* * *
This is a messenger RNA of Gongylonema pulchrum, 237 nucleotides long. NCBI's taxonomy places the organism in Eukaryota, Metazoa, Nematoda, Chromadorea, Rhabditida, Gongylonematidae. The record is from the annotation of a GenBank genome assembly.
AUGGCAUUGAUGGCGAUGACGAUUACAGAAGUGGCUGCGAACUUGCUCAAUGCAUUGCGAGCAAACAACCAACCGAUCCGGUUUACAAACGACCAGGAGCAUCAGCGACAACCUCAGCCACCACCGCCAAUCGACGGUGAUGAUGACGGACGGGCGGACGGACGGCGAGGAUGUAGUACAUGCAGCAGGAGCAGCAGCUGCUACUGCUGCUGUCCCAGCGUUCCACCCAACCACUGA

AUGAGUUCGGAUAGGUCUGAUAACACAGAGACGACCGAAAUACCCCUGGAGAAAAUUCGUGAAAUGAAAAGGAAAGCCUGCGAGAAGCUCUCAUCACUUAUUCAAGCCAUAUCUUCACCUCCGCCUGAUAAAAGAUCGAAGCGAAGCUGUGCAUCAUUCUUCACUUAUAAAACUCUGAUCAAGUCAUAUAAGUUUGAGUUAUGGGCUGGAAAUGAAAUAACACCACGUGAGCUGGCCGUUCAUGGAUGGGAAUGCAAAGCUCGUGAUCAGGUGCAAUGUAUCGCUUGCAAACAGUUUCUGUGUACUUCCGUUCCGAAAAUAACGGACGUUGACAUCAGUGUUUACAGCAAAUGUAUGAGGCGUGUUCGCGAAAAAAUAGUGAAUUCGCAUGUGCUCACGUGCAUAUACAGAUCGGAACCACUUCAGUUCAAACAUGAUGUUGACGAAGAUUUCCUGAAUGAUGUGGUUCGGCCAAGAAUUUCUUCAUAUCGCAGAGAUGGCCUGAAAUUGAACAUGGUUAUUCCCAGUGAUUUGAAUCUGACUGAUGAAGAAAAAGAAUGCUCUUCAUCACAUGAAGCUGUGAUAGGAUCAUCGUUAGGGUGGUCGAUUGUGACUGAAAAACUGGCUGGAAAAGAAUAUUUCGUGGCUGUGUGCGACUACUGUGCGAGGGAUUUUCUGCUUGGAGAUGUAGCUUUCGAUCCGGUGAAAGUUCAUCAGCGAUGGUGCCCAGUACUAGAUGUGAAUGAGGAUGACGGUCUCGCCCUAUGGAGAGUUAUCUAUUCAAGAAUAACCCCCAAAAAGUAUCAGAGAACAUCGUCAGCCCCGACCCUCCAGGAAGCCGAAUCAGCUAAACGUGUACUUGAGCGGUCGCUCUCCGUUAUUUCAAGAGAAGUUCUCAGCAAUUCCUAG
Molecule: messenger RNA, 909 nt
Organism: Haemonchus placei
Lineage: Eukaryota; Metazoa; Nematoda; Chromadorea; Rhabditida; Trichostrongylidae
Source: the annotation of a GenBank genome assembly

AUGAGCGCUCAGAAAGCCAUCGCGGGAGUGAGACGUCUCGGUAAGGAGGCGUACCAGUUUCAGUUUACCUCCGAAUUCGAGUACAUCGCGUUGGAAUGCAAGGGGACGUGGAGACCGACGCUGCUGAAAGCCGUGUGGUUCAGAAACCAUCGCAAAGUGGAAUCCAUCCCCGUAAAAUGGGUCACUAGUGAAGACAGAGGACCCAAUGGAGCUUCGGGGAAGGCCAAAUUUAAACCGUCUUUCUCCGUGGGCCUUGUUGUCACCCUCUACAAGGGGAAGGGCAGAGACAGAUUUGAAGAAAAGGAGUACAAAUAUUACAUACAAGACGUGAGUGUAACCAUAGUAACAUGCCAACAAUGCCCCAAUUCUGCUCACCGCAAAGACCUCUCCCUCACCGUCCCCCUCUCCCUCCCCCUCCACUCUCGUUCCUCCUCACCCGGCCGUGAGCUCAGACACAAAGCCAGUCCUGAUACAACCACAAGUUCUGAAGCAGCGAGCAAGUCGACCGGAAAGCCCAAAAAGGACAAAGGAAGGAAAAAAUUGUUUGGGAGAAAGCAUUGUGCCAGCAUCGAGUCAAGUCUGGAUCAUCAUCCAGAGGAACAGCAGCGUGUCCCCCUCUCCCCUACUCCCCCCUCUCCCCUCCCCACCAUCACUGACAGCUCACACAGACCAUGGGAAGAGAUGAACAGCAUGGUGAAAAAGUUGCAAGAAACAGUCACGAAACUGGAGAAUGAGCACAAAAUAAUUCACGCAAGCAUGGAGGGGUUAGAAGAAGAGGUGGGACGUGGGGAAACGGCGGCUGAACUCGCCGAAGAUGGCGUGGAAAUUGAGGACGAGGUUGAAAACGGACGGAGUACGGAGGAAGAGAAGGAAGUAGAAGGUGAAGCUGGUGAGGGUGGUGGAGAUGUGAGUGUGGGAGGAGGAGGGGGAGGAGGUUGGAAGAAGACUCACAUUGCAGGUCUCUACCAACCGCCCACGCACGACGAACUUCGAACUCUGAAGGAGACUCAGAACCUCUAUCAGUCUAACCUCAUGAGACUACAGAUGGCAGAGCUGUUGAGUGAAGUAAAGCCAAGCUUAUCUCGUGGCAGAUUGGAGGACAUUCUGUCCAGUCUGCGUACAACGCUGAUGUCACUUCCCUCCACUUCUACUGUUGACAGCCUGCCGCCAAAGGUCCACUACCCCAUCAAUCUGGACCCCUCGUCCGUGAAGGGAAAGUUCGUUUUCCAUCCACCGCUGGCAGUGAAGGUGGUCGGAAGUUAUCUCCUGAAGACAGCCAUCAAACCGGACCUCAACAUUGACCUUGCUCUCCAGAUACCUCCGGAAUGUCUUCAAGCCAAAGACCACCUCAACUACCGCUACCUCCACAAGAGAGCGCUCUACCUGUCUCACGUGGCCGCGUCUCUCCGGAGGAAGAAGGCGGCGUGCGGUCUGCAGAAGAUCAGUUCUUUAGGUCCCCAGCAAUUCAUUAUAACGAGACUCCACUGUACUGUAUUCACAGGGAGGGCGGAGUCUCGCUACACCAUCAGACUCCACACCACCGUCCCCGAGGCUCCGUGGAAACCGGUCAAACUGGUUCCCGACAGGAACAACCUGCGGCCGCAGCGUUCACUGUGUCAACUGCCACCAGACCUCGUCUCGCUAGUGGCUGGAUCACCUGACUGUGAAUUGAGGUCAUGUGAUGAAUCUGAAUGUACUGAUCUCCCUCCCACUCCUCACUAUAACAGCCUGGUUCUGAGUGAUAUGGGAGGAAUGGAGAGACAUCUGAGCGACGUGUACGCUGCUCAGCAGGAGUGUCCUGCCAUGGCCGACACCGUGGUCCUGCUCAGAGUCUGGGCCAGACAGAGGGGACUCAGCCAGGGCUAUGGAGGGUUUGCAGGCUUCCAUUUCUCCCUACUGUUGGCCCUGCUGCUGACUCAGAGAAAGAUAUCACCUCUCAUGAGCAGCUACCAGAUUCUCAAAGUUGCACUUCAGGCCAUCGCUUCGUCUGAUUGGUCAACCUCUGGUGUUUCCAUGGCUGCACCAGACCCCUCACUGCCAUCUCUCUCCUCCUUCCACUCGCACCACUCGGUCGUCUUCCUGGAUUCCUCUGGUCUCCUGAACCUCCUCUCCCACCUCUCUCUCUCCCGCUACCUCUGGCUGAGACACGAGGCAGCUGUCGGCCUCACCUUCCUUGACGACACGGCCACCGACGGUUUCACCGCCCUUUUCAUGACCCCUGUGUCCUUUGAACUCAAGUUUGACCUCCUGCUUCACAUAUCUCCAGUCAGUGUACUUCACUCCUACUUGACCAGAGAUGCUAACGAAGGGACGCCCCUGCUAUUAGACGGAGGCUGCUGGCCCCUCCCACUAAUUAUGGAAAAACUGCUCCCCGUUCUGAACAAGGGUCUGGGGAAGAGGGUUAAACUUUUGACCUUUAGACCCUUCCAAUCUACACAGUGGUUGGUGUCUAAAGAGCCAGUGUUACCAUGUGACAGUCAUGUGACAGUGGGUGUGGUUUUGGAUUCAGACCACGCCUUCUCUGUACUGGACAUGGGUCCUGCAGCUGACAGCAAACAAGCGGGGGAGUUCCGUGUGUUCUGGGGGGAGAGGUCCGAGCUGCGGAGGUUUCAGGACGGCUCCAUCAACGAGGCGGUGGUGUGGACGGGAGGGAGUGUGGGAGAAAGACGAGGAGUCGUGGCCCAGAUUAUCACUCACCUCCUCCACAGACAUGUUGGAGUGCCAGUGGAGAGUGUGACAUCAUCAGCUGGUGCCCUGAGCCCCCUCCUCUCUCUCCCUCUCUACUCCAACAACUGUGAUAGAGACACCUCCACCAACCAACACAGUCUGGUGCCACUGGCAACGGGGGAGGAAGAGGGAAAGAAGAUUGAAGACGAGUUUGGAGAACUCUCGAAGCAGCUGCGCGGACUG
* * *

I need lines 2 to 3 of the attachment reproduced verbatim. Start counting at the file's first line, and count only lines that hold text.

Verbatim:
AUGGCAUUGAUGGCGAUGACGAUUACAGAAGUGGCUGCGAACUUGCUCAAUGCAUUGCGAGCAAACAACCAACCGAUCCGGUUUACAAACGACCAGGAGCAUCAGCGACAACCUCAGCCACCACCGCCAAUCGACGGUGAUGAUGACGGACGGGCGGACGGACGGCGAGGAUGUAGUACAUGCAGCAGGAGCAGCAGCUGCUACUGCUGCUGUCCCAGCGUUCCACCCAACCACUGA

AUGAGUUCGGAUAGGUCUGAUAACACAGAGACGACCGAAAUACCCCUGGAGAAAAUUCGUGAAAUGAAAAGGAAAGCCUGCGAGAAGCUCUCAUCACUUAUUCAAGCCAUAUCUUCACCUCCGCCUGAUAAAAGAUCGAAGCGAAGCUGUGCAUCAUUCUUCACUUAUAAAACUCUGAUCAAGUCAUAUAAGUUUGAGUUAUGGGCUGGAAAUGAAAUAACACCACGUGAGCUGGCCGUUCAUGGAUGGGAAUGCAAAGCUCGUGAUCAGGUGCAAUGUAUCGCUUGCAAACAGUUUCUGUGUACUUCCGUUCCGAAAAUAACGGACGUUGACAUCAGUGUUUACAGCAAAUGUAUGAGGCGUGUUCGCGAAAAAAUAGUGAAUUCGCAUGUGCUCACGUGCAUAUACAGAUCGGAACCACUUCAGUUCAAACAUGAUGUUGACGAAGAUUUCCUGAAUGAUGUGGUUCGGCCAAGAAUUUCUUCAUAUCGCAGAGAUGGCCUGAAAUUGAACAUGGUUAUUCCCAGUGAUUUGAAUCUGACUGAUGAAGAAAAAGAAUGCUCUUCAUCACAUGAAGCUGUGAUAGGAUCAUCGUUAGGGUGGUCGAUUGUGACUGAAAAACUGGCUGGAAAAGAAUAUUUCGUGGCUGUGUGCGACUACUGUGCGAGGGAUUUUCUGCUUGGAGAUGUAGCUUUCGAUCCGGUGAAAGUUCAUCAGCGAUGGUGCCCAGUACUAGAUGUGAAUGAGGAUGACGGUCUCGCCCUAUGGAGAGUUAUCUAUUCAAGAAUAACCCCCAAAAAGUAUCAGAGAACAUCGUCAGCCCCGACCCUCCAGGAAGCCGAAUCAGCUAAACGUGUACUUGAGCGGUCGCUCUCCGUUAUUUCAAGAGAAGUUCUCAGCAAUUCCUAG